• 4) Sometimes your negotiating skills come in handy at the unlikeliest times in the unlikeliest places.


There are those among us who negotiate things as part of our daily lives. But institutions like hospitals-for some very good reasons-have routines so that they can offer the right care to the people in the beds. It's just that when one medicine is due at 1AM, vital signs are due at 2AM and the next medicine is due at 3AM that I decided to take matters into my own hands. I determined that they had a one hour leeway on those 2AM vital signs, so we made an agreement that allowed me to salvage two hours of uninterrupted sleep.


  • 5) Your body needs to heal, so listen to it.


I think this is the key reason there are nurses and doctors and then there are patients. Nurses and doctors are the ones standing up; patients are the ones in the beds. The ones standing up don't have the pain or aggravation of the surgery; the patient does. That's why nurses and doctors can be so cheerful and optimistic while you are lying there wondering when the next pain pill is going to show up. I have been a doctor, I have never been a surgical patient.


I thought being the good doctor that I was that a couple of days post operatively I would be up to working, chatting, and making merry. Three weeks later I still felt like crap. As they used to say in an old commercial, " Drink no wine before its time." My version: Take time to heal. Your body is a pretty amazing machine. Listen to what it tells you.


  • 6) You have friends and colleagues who understand your situation. Let them help you. The world will not end if you rely on the willingness of others to handle some of the burden.


Perhaps one of the most important lessons. Some of us just don't know how to stop or even to let others help.  I can't begin to say enough "thank yous"  to those who have (and continue to) stepped in to take burdens off of my shoulders. I have never been in a situation like this before and had no idea what to expect. I am so gratified to work with some wonderful people who made this time much more bearable.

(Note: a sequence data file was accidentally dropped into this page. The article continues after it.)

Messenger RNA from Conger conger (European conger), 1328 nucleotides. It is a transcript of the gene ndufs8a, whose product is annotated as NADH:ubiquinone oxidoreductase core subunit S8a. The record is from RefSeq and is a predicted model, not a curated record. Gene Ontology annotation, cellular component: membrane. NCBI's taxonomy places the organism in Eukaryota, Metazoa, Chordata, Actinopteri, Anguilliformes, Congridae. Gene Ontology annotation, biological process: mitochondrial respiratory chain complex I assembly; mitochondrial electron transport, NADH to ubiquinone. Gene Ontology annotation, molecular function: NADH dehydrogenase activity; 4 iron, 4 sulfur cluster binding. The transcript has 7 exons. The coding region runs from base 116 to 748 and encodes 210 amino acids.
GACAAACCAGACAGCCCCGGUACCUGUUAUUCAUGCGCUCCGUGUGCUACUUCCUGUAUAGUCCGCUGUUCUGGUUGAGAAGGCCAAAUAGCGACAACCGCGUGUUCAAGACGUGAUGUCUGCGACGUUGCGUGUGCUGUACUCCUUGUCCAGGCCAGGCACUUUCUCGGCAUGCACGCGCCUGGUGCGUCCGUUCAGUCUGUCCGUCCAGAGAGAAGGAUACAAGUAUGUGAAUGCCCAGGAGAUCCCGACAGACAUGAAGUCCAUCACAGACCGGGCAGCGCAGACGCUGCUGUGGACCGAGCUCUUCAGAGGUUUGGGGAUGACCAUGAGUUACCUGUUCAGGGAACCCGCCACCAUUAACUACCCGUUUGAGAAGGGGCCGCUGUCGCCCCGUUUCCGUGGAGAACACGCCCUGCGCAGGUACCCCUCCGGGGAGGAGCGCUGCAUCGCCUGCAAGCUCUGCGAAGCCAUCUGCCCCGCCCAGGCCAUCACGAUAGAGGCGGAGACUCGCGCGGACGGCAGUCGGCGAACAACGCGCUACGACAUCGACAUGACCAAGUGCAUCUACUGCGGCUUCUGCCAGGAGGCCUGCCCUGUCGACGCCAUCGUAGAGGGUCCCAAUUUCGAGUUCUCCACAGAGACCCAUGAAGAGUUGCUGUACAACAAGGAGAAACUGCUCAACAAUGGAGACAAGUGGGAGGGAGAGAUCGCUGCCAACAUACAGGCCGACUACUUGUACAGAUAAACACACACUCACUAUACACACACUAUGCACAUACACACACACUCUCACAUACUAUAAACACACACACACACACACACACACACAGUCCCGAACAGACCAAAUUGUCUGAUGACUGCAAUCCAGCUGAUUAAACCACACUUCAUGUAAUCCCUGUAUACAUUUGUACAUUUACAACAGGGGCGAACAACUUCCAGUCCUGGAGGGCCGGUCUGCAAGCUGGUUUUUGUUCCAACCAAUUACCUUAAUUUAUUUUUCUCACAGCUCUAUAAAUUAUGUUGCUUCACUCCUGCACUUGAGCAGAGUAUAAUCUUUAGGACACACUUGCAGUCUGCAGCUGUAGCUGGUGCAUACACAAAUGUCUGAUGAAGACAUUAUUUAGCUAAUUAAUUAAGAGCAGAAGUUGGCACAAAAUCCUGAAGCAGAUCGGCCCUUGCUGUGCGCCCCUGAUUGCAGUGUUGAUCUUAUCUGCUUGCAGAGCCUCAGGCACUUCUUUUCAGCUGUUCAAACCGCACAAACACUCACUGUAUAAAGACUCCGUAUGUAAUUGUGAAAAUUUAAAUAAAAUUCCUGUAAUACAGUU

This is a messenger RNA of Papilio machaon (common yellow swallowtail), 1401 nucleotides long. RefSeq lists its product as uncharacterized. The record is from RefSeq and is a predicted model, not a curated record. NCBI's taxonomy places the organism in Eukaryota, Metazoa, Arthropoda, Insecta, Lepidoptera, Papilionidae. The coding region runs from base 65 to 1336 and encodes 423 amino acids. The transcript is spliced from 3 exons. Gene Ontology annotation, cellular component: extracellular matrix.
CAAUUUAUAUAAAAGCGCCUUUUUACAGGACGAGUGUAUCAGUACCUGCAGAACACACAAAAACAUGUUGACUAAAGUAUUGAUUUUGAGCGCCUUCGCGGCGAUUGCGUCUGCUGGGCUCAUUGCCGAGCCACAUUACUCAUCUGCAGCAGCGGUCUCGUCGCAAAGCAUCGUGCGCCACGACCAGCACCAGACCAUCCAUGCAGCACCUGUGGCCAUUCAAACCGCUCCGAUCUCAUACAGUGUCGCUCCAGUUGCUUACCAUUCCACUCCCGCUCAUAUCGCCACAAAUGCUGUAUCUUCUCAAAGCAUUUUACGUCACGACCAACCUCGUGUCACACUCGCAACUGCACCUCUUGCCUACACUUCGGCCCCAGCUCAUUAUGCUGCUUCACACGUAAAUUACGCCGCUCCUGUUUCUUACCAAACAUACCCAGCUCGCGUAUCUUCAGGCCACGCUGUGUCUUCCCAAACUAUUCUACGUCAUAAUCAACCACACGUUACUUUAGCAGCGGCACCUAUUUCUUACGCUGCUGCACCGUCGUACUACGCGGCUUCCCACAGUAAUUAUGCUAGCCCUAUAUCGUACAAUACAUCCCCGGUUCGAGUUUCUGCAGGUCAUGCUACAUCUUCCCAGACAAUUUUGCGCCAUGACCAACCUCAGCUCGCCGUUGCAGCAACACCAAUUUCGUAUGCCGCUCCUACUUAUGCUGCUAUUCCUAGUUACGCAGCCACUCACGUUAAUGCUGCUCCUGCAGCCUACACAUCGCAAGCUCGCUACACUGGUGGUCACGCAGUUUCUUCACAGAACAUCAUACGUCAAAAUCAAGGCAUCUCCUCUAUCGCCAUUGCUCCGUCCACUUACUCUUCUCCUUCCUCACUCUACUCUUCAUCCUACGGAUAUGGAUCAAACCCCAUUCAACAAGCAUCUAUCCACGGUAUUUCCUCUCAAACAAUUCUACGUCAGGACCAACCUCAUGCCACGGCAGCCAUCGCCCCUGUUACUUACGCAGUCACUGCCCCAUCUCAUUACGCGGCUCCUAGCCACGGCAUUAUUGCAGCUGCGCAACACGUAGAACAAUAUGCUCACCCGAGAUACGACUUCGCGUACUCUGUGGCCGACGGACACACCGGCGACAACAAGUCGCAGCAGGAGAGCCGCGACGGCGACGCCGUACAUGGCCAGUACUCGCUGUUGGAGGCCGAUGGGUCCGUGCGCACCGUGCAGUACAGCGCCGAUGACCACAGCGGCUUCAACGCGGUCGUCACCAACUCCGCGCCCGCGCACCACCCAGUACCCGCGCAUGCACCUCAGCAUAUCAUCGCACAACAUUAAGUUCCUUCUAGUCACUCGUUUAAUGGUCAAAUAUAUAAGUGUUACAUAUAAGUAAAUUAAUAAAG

By the same token, some times you do have to draw the line, and separate from certain demands. If you are too ill or uncomfortable to do your best you may just have to take a pass. For me, the reason I concentrated so much surgery in such a short time is that I want to get back to work and move forward, not "piece-mealing" it one surgery at a time every couple of months. I think I have been/will be successful in my journey but I could not have achieved that success without the support of so many wonderful, understanding people.


  • 7) We live in a new world, where technologies-both communications and medical-allow us to do some really crazy things.


Like the time during this recovery when  I was participating in a committee meeting by phone. There was a part of the meeting when I had to make some comments. As luck would have it, at that precise moment when I had to give my brief spiel I was lying on an exam table with two doctors standing over me, one holding an ultrasound machine to guide the other doctor as he stuck a needle in me to drain off some fluid that had collected under a surgical scar. As you might expect, my comments were brief and to the point. Having described my plight, I understand that some of the committee members listening to this in Atlanta were squirming a bit in their chairs.


Or the other committee meeting where I felt that I had a problem with my airway, arranged to get an urgent outpatient examination of my larynx, got the exam where I found out I had only a minor irritation, and stayed on the call-all without my colleagues ever being aware of what was happening while I continued to participate in the discussions.


So, that's enough of my tale for now.


I am still not completely mobile. After all it's only two weeks post-op following knee #2 and I still have some minor complications and major rehabilitation to complete. But I am going to try to "re-engage."  And it is that need to re-engage that I find so interesting and so important.


If you have been ill or had surgery, perhaps you will understand that there is comfort in the routine of working and interacting with others, making decisions, participating in discussions, making progress. I am fortunate that I work for a wonderful organization where there is so much support and commitment to what we do. It is comforting to be able to return and reconnect, and once again hopefully feel useful.


That's one way to say it. The other way-the true motivator--is how many reruns of the cooking shows, real estate agents selling outrageously priced homes, Happy Housewives from Wherever, or TV news and dueling commentaries can you watch?????


I am glad to be back.




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2/23/2013 9:57:58 AM #

Name Change Kit

Great list of lessons. And I couldn't agree more that hospitals are tough places to be when your sick.

Name Change Kit

About Dr. Len

Dr. Len

J. Leonard Lichtenfeld, MD, MACP - Dr. Lichtenfeld is Deputy Chief Medical Officer for the national office of the American Cancer Society.